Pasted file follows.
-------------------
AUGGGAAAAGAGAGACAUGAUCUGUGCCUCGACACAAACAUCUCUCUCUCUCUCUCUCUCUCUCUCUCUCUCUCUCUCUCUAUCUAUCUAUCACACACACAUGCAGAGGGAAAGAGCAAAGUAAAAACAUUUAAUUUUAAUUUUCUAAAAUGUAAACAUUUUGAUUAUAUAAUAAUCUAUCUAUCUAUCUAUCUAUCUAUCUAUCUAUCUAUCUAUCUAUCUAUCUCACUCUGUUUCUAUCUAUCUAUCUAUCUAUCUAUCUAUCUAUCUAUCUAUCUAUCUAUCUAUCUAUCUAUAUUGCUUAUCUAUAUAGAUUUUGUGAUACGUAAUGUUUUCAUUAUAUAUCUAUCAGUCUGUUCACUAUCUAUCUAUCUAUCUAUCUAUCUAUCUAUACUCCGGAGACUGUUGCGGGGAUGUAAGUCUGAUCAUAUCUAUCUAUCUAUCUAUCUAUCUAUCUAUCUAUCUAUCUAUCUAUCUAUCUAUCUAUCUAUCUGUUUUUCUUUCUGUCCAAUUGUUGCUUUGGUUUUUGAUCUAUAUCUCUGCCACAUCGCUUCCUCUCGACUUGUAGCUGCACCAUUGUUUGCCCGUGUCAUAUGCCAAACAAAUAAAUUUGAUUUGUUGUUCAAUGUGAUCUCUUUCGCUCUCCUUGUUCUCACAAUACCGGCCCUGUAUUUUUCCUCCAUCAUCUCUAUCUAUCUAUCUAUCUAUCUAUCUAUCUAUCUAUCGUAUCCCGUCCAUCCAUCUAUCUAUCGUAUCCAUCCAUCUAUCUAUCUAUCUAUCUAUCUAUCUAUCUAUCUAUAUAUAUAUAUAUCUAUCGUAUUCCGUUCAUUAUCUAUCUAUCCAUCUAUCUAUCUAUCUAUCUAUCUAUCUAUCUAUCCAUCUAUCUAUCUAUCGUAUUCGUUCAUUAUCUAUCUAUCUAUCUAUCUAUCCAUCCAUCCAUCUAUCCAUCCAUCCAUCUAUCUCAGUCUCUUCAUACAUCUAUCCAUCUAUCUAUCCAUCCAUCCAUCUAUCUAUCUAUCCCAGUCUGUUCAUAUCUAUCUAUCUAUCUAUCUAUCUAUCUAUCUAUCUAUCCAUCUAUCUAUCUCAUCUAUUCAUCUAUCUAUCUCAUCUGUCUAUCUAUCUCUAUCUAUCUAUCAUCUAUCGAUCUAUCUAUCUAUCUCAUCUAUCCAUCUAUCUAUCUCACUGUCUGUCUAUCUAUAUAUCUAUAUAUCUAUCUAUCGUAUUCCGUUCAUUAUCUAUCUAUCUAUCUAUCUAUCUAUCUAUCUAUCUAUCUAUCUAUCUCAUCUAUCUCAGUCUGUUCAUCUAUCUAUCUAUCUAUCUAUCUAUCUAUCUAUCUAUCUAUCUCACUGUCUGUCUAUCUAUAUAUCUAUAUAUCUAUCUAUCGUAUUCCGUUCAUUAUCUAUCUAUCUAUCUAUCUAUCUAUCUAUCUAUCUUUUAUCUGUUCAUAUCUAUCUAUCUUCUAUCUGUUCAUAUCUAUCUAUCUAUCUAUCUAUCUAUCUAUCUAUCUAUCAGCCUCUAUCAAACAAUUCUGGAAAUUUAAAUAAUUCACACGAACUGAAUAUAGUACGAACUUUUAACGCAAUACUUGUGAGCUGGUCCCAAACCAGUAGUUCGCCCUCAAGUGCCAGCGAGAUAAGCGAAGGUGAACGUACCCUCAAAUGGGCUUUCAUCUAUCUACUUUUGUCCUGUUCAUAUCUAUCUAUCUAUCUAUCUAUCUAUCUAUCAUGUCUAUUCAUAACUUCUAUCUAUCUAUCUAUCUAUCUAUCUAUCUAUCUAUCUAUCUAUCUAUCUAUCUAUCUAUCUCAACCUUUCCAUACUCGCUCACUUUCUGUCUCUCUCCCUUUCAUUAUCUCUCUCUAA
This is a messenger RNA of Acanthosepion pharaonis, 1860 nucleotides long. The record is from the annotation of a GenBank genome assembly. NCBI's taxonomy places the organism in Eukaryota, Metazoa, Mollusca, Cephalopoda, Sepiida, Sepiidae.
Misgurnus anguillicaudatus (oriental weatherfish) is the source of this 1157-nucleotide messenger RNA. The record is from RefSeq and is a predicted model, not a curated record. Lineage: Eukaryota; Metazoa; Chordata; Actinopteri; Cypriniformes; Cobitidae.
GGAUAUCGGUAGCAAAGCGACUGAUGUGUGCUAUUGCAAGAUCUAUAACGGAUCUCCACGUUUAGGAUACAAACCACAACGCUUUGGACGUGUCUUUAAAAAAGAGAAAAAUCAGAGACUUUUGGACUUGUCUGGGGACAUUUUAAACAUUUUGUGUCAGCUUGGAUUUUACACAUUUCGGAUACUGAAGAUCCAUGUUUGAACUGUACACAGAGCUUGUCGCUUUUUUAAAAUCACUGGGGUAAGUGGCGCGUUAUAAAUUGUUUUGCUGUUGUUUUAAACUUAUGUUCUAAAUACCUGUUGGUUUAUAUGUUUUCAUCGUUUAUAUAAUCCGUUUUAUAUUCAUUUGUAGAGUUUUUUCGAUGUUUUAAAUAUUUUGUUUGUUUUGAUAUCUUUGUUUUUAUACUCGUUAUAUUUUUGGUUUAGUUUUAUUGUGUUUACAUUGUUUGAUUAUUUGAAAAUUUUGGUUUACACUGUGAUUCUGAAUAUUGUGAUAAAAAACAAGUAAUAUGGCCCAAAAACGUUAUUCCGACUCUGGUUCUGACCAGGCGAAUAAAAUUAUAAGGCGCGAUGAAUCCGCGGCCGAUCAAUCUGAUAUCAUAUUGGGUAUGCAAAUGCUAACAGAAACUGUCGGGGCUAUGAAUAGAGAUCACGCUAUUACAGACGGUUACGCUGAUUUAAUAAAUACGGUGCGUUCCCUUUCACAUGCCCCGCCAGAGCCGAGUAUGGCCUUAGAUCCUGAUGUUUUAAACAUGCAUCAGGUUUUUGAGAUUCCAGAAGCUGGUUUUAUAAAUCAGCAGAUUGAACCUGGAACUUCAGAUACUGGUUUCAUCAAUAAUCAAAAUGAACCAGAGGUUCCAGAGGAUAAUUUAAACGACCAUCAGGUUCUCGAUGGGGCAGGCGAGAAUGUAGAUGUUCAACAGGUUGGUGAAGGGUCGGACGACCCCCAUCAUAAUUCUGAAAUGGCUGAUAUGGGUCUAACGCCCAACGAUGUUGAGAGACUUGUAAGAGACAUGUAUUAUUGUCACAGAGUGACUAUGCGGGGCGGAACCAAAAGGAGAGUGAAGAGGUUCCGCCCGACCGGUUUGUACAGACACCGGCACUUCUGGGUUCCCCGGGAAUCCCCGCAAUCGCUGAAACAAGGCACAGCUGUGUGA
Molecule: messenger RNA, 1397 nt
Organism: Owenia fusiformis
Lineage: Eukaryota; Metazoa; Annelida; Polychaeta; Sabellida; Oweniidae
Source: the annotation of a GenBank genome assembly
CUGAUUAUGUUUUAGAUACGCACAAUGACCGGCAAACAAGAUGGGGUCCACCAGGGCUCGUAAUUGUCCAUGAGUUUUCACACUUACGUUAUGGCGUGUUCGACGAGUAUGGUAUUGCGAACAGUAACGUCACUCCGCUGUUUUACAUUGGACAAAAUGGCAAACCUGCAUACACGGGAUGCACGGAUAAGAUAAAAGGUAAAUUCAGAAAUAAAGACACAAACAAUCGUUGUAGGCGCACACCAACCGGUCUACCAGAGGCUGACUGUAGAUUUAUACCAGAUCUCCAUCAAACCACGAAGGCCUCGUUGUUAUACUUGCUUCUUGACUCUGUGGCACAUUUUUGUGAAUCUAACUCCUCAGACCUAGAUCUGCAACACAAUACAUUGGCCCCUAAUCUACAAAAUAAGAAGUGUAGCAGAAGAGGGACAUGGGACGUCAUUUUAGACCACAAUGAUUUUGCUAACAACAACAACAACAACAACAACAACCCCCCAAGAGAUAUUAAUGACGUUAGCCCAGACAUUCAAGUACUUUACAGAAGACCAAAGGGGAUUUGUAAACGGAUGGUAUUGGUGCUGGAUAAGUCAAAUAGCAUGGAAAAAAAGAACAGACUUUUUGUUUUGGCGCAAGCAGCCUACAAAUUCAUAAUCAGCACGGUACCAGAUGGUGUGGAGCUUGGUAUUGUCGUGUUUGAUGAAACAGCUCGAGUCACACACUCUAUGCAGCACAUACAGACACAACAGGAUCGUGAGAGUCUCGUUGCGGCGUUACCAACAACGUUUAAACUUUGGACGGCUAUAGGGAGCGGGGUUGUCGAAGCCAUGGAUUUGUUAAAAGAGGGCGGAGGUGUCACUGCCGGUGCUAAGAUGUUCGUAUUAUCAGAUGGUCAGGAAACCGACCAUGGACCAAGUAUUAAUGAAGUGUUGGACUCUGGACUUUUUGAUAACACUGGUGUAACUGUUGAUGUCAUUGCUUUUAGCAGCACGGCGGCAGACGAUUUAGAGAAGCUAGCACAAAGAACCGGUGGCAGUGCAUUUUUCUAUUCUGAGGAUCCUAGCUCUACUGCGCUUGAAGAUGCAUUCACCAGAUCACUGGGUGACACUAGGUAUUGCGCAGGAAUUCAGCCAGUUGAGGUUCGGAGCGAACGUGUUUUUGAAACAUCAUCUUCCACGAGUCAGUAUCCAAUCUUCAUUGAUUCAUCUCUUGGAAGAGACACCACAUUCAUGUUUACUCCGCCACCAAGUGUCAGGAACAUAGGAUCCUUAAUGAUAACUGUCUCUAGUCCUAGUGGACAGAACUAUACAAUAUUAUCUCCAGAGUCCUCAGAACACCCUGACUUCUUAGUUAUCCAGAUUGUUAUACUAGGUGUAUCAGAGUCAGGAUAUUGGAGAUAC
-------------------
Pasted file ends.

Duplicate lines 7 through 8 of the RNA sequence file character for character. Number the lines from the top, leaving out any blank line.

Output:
Lineage: Eukaryota; Metazoa; Annelida; Polychaeta; Sabellida; Oweniidae
Source: the annotation of a GenBank genome assembly